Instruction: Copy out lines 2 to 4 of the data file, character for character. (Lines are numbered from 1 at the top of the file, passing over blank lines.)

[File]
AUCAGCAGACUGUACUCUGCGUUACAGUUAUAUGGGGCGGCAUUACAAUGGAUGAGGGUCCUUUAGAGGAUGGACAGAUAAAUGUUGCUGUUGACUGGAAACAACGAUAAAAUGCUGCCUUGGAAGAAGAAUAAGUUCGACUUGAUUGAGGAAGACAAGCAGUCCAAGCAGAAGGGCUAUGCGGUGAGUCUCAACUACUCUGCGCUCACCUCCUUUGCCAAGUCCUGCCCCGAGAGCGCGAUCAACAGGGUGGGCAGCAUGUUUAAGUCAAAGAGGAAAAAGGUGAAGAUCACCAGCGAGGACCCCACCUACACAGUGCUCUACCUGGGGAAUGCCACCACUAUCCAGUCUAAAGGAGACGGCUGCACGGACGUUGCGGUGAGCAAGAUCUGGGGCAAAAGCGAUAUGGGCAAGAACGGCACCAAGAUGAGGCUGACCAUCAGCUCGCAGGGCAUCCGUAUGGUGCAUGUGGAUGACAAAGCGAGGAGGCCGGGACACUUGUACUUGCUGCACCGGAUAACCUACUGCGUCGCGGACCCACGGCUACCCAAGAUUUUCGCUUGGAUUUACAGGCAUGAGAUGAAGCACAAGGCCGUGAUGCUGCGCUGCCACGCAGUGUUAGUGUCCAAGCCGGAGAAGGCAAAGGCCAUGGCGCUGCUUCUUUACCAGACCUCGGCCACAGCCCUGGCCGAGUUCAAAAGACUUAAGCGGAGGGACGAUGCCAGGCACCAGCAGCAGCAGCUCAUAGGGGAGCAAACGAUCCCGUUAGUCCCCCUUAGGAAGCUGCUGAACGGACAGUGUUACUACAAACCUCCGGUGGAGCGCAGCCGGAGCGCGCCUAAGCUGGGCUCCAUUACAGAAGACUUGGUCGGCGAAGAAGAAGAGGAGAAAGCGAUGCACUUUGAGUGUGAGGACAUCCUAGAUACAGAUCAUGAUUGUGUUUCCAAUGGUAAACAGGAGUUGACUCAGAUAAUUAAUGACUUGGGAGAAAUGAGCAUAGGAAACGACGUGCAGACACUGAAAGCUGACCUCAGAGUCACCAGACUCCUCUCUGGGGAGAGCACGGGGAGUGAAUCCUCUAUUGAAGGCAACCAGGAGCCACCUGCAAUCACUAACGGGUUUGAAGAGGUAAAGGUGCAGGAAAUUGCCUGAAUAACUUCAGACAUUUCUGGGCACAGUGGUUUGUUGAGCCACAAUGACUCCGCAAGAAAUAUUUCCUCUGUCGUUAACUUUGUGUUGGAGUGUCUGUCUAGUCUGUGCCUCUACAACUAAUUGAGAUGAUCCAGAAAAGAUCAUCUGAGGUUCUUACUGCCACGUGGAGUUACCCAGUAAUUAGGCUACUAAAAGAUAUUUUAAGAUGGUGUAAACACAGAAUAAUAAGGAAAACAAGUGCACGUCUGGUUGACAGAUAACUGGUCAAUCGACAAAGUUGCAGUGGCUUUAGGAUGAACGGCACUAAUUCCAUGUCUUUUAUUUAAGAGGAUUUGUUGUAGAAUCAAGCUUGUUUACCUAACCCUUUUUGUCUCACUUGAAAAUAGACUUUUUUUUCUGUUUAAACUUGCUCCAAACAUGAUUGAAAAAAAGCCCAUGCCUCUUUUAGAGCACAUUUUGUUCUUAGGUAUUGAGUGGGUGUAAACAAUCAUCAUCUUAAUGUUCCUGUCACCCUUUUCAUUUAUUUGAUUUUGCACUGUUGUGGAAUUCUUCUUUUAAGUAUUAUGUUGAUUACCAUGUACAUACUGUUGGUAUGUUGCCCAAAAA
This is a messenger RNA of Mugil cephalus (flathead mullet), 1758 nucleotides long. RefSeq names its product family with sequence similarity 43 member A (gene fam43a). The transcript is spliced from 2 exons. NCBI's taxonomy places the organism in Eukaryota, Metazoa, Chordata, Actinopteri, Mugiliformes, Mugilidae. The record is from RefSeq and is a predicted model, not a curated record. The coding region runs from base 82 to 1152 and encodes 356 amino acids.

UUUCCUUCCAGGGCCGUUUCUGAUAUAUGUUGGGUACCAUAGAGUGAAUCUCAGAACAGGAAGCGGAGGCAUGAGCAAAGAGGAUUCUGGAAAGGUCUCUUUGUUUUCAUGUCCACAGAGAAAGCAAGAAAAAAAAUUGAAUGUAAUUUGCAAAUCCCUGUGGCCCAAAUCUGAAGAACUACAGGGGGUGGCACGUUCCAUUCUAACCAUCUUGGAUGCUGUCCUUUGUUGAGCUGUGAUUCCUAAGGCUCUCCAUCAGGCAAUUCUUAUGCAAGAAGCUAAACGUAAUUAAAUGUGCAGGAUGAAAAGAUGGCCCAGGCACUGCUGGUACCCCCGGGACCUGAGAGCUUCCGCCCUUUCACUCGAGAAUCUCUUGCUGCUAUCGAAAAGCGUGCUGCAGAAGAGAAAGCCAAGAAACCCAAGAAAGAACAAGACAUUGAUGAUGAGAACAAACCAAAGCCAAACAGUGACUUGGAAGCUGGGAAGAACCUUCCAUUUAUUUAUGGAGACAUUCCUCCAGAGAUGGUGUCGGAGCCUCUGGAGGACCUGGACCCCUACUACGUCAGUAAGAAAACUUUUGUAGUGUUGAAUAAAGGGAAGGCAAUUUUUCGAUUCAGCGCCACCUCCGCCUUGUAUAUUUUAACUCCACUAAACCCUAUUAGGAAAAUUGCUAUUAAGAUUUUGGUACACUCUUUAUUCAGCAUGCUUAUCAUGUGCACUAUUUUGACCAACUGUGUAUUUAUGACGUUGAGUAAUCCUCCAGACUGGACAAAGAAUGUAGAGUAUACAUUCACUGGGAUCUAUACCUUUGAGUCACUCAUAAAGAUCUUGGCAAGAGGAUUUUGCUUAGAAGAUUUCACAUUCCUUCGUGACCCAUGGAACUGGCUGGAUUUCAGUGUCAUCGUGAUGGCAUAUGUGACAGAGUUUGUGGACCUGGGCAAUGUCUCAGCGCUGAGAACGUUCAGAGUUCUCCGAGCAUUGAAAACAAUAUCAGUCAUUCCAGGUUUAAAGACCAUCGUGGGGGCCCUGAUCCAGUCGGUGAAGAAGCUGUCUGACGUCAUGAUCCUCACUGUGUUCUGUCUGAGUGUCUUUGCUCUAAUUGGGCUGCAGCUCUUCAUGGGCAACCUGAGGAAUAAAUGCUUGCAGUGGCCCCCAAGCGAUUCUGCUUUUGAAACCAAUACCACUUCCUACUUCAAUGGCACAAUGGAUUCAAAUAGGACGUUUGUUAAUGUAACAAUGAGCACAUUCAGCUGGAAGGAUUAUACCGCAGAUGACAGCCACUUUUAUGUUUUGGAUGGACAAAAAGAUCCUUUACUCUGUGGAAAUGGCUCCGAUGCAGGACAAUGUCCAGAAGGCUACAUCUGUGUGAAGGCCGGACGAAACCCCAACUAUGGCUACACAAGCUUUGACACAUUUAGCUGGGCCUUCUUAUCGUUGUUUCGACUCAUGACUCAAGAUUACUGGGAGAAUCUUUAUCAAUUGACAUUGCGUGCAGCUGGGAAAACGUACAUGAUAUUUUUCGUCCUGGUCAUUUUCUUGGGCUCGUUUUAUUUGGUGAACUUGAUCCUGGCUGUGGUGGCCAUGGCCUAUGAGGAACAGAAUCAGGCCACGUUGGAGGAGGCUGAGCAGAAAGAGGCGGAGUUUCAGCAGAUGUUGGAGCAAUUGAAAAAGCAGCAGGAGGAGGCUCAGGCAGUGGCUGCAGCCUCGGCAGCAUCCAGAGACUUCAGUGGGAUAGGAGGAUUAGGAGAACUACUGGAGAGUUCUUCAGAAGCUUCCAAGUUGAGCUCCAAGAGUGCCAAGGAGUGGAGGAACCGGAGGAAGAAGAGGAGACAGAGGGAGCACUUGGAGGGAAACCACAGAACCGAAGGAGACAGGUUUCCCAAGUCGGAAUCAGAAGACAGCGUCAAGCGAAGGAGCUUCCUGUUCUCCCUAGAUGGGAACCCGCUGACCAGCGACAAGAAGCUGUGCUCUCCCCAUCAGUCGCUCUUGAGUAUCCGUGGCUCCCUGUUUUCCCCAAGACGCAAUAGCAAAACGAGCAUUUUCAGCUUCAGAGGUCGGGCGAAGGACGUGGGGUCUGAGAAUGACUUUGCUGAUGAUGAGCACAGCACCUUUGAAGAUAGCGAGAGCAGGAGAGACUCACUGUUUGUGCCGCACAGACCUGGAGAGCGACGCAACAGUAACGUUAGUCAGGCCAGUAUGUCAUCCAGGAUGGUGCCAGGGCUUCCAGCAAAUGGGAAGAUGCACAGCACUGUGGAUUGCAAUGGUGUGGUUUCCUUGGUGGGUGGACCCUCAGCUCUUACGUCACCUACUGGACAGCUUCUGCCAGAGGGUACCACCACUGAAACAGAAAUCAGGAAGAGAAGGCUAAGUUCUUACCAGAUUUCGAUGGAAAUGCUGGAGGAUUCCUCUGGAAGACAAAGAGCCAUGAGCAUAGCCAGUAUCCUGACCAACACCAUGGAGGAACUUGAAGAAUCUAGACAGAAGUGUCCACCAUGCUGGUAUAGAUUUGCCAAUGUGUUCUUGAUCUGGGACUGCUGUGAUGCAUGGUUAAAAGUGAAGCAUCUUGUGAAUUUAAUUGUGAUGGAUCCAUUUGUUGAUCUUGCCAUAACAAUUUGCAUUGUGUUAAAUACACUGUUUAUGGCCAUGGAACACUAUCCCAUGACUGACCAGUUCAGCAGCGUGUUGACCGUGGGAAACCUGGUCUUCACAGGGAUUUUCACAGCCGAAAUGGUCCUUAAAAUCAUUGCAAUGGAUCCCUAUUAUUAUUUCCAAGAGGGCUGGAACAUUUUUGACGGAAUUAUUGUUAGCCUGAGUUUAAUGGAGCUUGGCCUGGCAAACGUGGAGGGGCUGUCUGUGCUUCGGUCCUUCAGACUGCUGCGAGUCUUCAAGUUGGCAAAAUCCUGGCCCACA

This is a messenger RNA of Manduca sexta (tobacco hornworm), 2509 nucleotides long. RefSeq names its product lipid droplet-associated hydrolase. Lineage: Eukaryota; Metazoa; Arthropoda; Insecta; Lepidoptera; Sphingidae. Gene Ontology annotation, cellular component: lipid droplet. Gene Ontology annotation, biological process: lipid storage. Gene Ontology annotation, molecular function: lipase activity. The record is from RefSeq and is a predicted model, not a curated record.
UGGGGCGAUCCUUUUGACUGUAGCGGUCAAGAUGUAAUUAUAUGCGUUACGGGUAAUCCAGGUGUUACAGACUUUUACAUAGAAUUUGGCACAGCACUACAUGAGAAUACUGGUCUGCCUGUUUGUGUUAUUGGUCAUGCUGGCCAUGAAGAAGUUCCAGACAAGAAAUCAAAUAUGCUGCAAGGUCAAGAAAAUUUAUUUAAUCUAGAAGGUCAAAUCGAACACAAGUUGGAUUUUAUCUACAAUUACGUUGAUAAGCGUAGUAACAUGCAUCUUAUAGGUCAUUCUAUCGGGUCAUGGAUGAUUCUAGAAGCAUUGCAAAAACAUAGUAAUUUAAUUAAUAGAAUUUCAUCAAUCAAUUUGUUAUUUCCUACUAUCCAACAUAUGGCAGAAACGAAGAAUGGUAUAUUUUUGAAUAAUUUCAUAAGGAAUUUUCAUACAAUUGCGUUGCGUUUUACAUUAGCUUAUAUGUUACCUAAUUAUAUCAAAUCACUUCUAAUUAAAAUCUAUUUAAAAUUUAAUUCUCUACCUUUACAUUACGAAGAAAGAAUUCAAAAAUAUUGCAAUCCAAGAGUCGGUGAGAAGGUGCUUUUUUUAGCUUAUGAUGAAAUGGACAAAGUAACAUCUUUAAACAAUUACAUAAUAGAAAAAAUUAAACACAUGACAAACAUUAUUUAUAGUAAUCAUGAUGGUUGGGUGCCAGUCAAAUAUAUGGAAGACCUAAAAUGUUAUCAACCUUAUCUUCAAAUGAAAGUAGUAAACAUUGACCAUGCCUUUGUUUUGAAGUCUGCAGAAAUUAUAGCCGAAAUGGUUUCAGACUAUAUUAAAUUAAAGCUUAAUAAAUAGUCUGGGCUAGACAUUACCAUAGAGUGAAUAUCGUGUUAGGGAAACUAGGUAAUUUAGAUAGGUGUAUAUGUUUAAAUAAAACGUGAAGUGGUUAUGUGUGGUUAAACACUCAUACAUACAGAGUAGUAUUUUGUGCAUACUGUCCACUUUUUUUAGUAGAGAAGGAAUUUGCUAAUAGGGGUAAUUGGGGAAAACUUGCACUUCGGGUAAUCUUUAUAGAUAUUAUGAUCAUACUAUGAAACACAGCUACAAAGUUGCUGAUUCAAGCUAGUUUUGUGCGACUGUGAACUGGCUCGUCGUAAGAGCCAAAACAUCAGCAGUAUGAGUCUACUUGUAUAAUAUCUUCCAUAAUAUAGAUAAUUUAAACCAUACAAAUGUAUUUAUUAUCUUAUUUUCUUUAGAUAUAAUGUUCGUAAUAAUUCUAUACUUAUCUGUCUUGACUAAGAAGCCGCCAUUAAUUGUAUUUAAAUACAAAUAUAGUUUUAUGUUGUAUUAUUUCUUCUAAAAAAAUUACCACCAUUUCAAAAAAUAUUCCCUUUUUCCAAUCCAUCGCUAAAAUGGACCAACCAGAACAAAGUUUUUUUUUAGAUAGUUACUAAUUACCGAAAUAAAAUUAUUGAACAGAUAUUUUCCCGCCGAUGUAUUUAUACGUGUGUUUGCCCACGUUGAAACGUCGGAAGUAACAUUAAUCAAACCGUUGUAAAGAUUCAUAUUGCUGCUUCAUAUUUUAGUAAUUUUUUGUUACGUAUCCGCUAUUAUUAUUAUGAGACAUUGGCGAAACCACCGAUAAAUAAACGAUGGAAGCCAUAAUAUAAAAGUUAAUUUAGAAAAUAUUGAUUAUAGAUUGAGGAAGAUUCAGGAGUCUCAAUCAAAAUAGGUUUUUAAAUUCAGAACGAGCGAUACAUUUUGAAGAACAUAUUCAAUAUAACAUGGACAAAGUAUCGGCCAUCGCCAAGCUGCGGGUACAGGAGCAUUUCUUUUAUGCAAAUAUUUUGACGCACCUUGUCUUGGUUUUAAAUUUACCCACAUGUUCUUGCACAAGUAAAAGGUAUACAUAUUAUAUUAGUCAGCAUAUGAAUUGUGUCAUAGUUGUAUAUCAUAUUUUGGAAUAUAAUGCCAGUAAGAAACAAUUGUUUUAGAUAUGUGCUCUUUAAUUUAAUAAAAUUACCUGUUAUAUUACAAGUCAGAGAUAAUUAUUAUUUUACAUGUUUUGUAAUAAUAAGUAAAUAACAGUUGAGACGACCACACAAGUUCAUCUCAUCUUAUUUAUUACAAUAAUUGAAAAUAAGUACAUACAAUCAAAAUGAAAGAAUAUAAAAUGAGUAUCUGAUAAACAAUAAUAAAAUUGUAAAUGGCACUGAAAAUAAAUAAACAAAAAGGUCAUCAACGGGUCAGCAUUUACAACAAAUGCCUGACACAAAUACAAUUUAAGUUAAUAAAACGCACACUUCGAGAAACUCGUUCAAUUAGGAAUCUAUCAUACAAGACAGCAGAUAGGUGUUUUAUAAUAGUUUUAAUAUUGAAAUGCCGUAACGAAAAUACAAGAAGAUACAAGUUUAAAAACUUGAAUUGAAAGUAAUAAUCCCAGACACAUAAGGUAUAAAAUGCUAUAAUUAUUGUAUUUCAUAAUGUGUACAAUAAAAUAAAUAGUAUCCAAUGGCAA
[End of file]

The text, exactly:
This is a messenger RNA of Mugil cephalus (flathead mullet), 1758 nucleotides long. RefSeq names its product family with sequence similarity 43 member A (gene fam43a). The transcript is spliced from 2 exons. NCBI's taxonomy places the organism in Eukaryota, Metazoa, Chordata, Actinopteri, Mugiliformes, Mugilidae. The record is from RefSeq and is a predicted model, not a curated record. The coding region runs from base 82 to 1152 and encodes 356 amino acids.

UUUCCUUCCAGGGCCGUUUCUGAUAUAUGUUGGGUACCAUAGAGUGAAUCUCAGAACAGGAAGCGGAGGCAUGAGCAAAGAGGAUUCUGGAAAGGUCUCUUUGUUUUCAUGUCCACAGAGAAAGCAAGAAAAAAAAUUGAAUGUAAUUUGCAAAUCCCUGUGGCCCAAAUCUGAAGAACUACAGGGGGUGGCACGUUCCAUUCUAACCAUCUUGGAUGCUGUCCUUUGUUGAGCUGUGAUUCCUAAGGCUCUCCAUCAGGCAAUUCUUAUGCAAGAAGCUAAACGUAAUUAAAUGUGCAGGAUGAAAAGAUGGCCCAGGCACUGCUGGUACCCCCGGGACCUGAGAGCUUCCGCCCUUUCACUCGAGAAUCUCUUGCUGCUAUCGAAAAGCGUGCUGCAGAAGAGAAAGCCAAGAAACCCAAGAAAGAACAAGACAUUGAUGAUGAGAACAAACCAAAGCCAAACAGUGACUUGGAAGCUGGGAAGAACCUUCCAUUUAUUUAUGGAGACAUUCCUCCAGAGAUGGUGUCGGAGCCUCUGGAGGACCUGGACCCCUACUACGUCAGUAAGAAAACUUUUGUAGUGUUGAAUAAAGGGAAGGCAAUUUUUCGAUUCAGCGCCACCUCCGCCUUGUAUAUUUUAACUCCACUAAACCCUAUUAGGAAAAUUGCUAUUAAGAUUUUGGUACACUCUUUAUUCAGCAUGCUUAUCAUGUGCACUAUUUUGACCAACUGUGUAUUUAUGACGUUGAGUAAUCCUCCAGACUGGACAAAGAAUGUAGAGUAUACAUUCACUGGGAUCUAUACCUUUGAGUCACUCAUAAAGAUCUUGGCAAGAGGAUUUUGCUUAGAAGAUUUCACAUUCCUUCGUGACCCAUGGAACUGGCUGGAUUUCAGUGUCAUCGUGAUGGCAUAUGUGACAGAGUUUGUGGACCUGGGCAAUGUCUCAGCGCUGAGAACGUUCAGAGUUCUCCGAGCAUUGAAAACAAUAUCAGUCAUUCCAGGUUUAAAGACCAUCGUGGGGGCCCUGAUCCAGUCGGUGAAGAAGCUGUCUGACGUCAUGAUCCUCACUGUGUUCUGUCUGAGUGUCUUUGCUCUAAUUGGGCUGCAGCUCUUCAUGGGCAACCUGAGGAAUAAAUGCUUGCAGUGGCCCCCAAGCGAUUCUGCUUUUGAAACCAAUACCACUUCCUACUUCAAUGGCACAAUGGAUUCAAAUAGGACGUUUGUUAAUGUAACAAUGAGCACAUUCAGCUGGAAGGAUUAUACCGCAGAUGACAGCCACUUUUAUGUUUUGGAUGGACAAAAAGAUCCUUUACUCUGUGGAAAUGGCUCCGAUGCAGGACAAUGUCCAGAAGGCUACAUCUGUGUGAAGGCCGGACGAAACCCCAACUAUGGCUACACAAGCUUUGACACAUUUAGCUGGGCCUUCUUAUCGUUGUUUCGACUCAUGACUCAAGAUUACUGGGAGAAUCUUUAUCAAUUGACAUUGCGUGCAGCUGGGAAAACGUACAUGAUAUUUUUCGUCCUGGUCAUUUUCUUGGGCUCGUUUUAUUUGGUGAACUUGAUCCUGGCUGUGGUGGCCAUGGCCUAUGAGGAACAGAAUCAGGCCACGUUGGAGGAGGCUGAGCAGAAAGAGGCGGAGUUUCAGCAGAUGUUGGAGCAAUUGAAAAAGCAGCAGGAGGAGGCUCAGGCAGUGGCUGCAGCCUCGGCAGCAUCCAGAGACUUCAGUGGGAUAGGAGGAUUAGGAGAACUACUGGAGAGUUCUUCAGAAGCUUCCAAGUUGAGCUCCAAGAGUGCCAAGGAGUGGAGGAACCGGAGGAAGAAGAGGAGACAGAGGGAGCACUUGGAGGGAAACCACAGAACCGAAGGAGACAGGUUUCCCAAGUCGGAAUCAGAAGACAGCGUCAAGCGAAGGAGCUUCCUGUUCUCCCUAGAUGGGAACCCGCUGACCAGCGACAAGAAGCUGUGCUCUCCCCAUCAGUCGCUCUUGAGUAUCCGUGGCUCCCUGUUUUCCCCAAGACGCAAUAGCAAAACGAGCAUUUUCAGCUUCAGAGGUCGGGCGAAGGACGUGGGGUCUGAGAAUGACUUUGCUGAUGAUGAGCACAGCACCUUUGAAGAUAGCGAGAGCAGGAGAGACUCACUGUUUGUGCCGCACAGACCUGGAGAGCGACGCAACAGUAACGUUAGUCAGGCCAGUAUGUCAUCCAGGAUGGUGCCAGGGCUUCCAGCAAAUGGGAAGAUGCACAGCACUGUGGAUUGCAAUGGUGUGGUUUCCUUGGUGGGUGGACCCUCAGCUCUUACGUCACCUACUGGACAGCUUCUGCCAGAGGGUACCACCACUGAAACAGAAAUCAGGAAGAGAAGGCUAAGUUCUUACCAGAUUUCGAUGGAAAUGCUGGAGGAUUCCUCUGGAAGACAAAGAGCCAUGAGCAUAGCCAGUAUCCUGACCAACACCAUGGAGGAACUUGAAGAAUCUAGACAGAAGUGUCCACCAUGCUGGUAUAGAUUUGCCAAUGUGUUCUUGAUCUGGGACUGCUGUGAUGCAUGGUUAAAAGUGAAGCAUCUUGUGAAUUUAAUUGUGAUGGAUCCAUUUGUUGAUCUUGCCAUAACAAUUUGCAUUGUGUUAAAUACACUGUUUAUGGCCAUGGAACACUAUCCCAUGACUGACCAGUUCAGCAGCGUGUUGACCGUGGGAAACCUGGUCUUCACAGGGAUUUUCACAGCCGAAAUGGUCCUUAAAAUCAUUGCAAUGGAUCCCUAUUAUUAUUUCCAAGAGGGCUGGAACAUUUUUGACGGAAUUAUUGUUAGCCUGAGUUUAAUGGAGCUUGGCCUGGCAAACGUGGAGGGGCUGUCUGUGCUUCGGUCCUUCAGACUGCUGCGAGUCUUCAAGUUGGCAAAAUCCUGGCCCACA

This is a messenger RNA of Manduca sexta (tobacco hornworm), 2509 nucleotides long. RefSeq names its product lipid droplet-associated hydrolase. Lineage: Eukaryota; Metazoa; Arthropoda; Insecta; Lepidoptera; Sphingidae. Gene Ontology annotation, cellular component: lipid droplet. Gene Ontology annotation, biological process: lipid storage. Gene Ontology annotation, molecular function: lipase activity. The record is from RefSeq and is a predicted model, not a curated record.